We conclude that the defendant's conviction by a jury of larceny of a motor vehicle (G. L. c. 266, Section 28) must be reversed because the judge's instructions to the jury in many and diverse ways deprived the defendant of his constitutional right to a fair and impartial trial.
1. The Commonwealth's case proceeded on the theory that the defendant legitimately acquired possession of the victim's automobile for the purpose of making minor repairs, that the defendant decided to steal the car, and that the defendant thereafter completed the theft by selling the vehicle to a third person without the owner's authority, covering his tracks with an inflated repair bill and questionable title documents. The defendant presented evidence that the vehicle needed more repairs than originally anticipated, that the bill tendered for the repairs was reasonable, and that the owner refused to pay the bill. The defendant testified in substance that he felt he held good title to the car by reason of the unpaid bill, the length of time the car had been left with him (over one year), and by his possession of a "release" signed by one Bowman, who was alleged to be the only other person, apart from the victim, possessing a title interest in the vehicle.
On the evidence, the judge was required to instruct the jury clearly and correctly, in a fair and impartial manner, on the substantive elements of the crime charged, with particular attention to the crucial question of the existence of a larcenous intent. Commonwealth v. Porter, 10 Met. 263 , 283 (1846). Commonwealth v. Carson, 349 Mass. 430 , 435 (1965). Commonwealth v. Kelley, 359 Mass. 77 , 92 (1971). Commonwealth v. Corcione, 364 Mass. 611 , 618 (1974). Of course, it is beyond the need for citation that the judge was also required to define adequately the concept of reasonable doubt.
The judge's threadbare and general discussion of the elements of the crime failed to provide the jury with any real guidance on the elements of the offense. His instructions on the question of larcenous intent were largely meaningless, and he omitted entirely an instruction that the defendant was entitled to an acquittal if he honestly and reasonably believed
that he had title to, and the right to sell, the motor vehicle. Commonwealth v. Stebbins, 8 Gray 492 , 495 (1857). Commonwealth v. White, 5 Mass. App. Ct. 483 , 485-488 (1977).
Further, the judge on several occasions in the course of the charge adopted the role of an advocate who was convinced of the defendant's guilt. For example, in discussing the defendant's claim of title to the car, the judge stated "there is no evidence that I have heard and certainly no evidence that I can say that you have heard which in any way justifies or authorized Mr. Anslono to sell that car . . . ." This observation was directly contrary to the evidence and improperly trespassed on the function of the triers of fact by telling the jury how to view the testimony and what inferences to draw from the evidence. Commonwealth v. Cote, 5 Mass. App. Ct. 365 , 369-370 (1977). Contrast Commonwealth v. Therrien, 371 Mass. 203 , 206-207 (1976). To worsen matters, the judge also prejudicially eroded the defense position by addressing the issue of guilt in these terms: "The fact of the matter is that if you do violate a statute, you are technically guilty of a larceny, and that's what you have in this situation here." Still later the judge added: "The question is simply this: Did [the victim] own the car and leave it there? If he did, there has been no process, no due process which Mr. Anslono followed by which he could sell that car. So, therefore, he would technically be guilty of larceny. His only out in this case is if you . . . [the jury] believe that Bowman owned the car." Finally, the cryptic instructions on reasonable doubt -- virtually identical to those the same judge delivered in Commonwealth v. Sneed, 376 Mass. 867 (1978) -- were "correct only in their reference to moral certainty, and . . . so brief and casual as to trivialize the important concept of proof beyond a reasonable doubt." Id. at 869. They bore little resemblance to the time-tested language of Commonwealth v. Webster, 5 Cush. 295 , 320 (1850). We conclude that the charge, from beginning to end, utterly failed to focus the jurors on their task and instead perversely sought to, and did, command the result.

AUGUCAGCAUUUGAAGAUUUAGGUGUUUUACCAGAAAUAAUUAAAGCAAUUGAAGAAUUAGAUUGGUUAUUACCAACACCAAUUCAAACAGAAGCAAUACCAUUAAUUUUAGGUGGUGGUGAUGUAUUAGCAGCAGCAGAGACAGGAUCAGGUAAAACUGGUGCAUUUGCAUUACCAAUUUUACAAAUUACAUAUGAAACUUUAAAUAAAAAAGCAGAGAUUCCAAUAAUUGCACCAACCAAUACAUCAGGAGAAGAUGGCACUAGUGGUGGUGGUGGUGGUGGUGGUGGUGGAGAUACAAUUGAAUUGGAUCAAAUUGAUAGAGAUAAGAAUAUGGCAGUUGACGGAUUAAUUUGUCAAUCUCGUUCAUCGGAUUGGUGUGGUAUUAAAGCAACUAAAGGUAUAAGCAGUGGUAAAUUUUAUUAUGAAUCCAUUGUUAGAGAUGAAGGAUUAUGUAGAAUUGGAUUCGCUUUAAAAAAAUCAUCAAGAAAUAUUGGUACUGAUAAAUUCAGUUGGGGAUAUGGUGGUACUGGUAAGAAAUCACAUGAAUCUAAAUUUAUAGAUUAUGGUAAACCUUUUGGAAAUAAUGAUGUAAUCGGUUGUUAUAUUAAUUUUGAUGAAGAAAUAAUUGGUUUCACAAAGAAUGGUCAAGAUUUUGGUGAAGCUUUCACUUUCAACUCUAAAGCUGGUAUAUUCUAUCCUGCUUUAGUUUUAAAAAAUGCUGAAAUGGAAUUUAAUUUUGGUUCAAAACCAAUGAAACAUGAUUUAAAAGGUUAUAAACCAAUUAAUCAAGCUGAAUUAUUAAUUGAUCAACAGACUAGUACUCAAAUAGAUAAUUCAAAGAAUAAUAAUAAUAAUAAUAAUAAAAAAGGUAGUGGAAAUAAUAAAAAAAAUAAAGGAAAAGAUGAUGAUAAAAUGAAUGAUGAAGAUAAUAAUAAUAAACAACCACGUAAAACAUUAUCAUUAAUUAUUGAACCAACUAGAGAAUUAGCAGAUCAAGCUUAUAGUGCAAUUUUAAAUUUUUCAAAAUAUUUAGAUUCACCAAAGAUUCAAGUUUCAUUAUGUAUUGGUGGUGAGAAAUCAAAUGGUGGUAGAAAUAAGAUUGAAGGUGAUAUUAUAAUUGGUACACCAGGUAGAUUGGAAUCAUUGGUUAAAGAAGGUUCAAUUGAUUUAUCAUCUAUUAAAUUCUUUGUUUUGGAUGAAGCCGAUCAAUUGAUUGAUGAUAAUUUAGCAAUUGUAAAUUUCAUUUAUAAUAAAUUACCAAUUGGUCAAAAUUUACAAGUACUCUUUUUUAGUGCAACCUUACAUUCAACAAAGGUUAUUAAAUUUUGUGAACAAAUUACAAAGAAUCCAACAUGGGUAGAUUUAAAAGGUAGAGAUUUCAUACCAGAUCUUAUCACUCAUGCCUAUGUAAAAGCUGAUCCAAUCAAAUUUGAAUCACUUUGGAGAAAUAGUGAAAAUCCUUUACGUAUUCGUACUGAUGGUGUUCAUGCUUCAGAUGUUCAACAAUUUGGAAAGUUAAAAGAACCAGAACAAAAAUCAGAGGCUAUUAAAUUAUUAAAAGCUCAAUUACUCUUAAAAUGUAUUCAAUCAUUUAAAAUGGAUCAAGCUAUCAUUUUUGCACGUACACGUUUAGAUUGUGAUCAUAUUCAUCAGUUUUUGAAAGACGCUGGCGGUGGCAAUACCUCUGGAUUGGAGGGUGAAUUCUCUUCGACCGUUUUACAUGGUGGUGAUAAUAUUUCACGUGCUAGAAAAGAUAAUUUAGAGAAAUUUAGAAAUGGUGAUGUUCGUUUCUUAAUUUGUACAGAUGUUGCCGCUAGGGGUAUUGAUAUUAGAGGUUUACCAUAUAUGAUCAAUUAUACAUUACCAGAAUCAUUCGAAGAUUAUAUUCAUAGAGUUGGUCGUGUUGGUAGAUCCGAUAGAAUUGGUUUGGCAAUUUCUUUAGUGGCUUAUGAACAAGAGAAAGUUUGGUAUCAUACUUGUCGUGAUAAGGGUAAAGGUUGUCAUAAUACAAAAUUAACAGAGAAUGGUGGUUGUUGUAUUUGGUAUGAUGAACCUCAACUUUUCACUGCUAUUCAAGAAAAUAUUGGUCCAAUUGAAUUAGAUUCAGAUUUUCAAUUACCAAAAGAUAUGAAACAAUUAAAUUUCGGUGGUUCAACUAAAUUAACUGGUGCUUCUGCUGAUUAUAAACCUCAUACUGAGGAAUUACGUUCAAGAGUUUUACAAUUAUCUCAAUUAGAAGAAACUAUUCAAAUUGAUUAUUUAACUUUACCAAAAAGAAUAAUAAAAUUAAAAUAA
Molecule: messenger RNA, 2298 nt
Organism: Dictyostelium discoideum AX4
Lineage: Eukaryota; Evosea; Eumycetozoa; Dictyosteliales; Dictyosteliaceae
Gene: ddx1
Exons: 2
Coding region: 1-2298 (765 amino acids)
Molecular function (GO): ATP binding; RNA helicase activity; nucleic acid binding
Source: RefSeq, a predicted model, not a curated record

2. We cannot accept the Commonwealth's argument that the failure of the defendant's trial counsel to object to the charge bars relief. This omission is consistent only with ineffective representation (Commonwealth v. Rondeau, 378 Mass. 408 , 412 ), and may be accounted for in part by the judge's intimidation of defense counsel throughout the trial. We also cannot accept the contention that the trial transcript is not properly before us on appeal. Our examination of the record of the hearing on the motion for a new trial indicates that defense counsel was stifled in her efforts to address the specifics of the motion by the judge's criticism of her and by his attempt to sweep the problems raised by the trial under the rug through a revision of the defendant's sentence. At the hearing, defense counsel scrupulously saved her rights on the denial of the motion. Constitutional error of this severity has never lacked a remedy. Commonwealth v. Freeman, 352 Mass. 556 , 563-564 (1967). Commonwealth v. Benders, 361 Mass. 704 , 707-708 (1972).
It is not necessary to reach the issues presented by the judge's order concerning the motion for recusal. The order denying the motion for new trial is reversed. The judgment is reversed, the verdict set aside, and the case is remanded to the Superior Court for a new trial.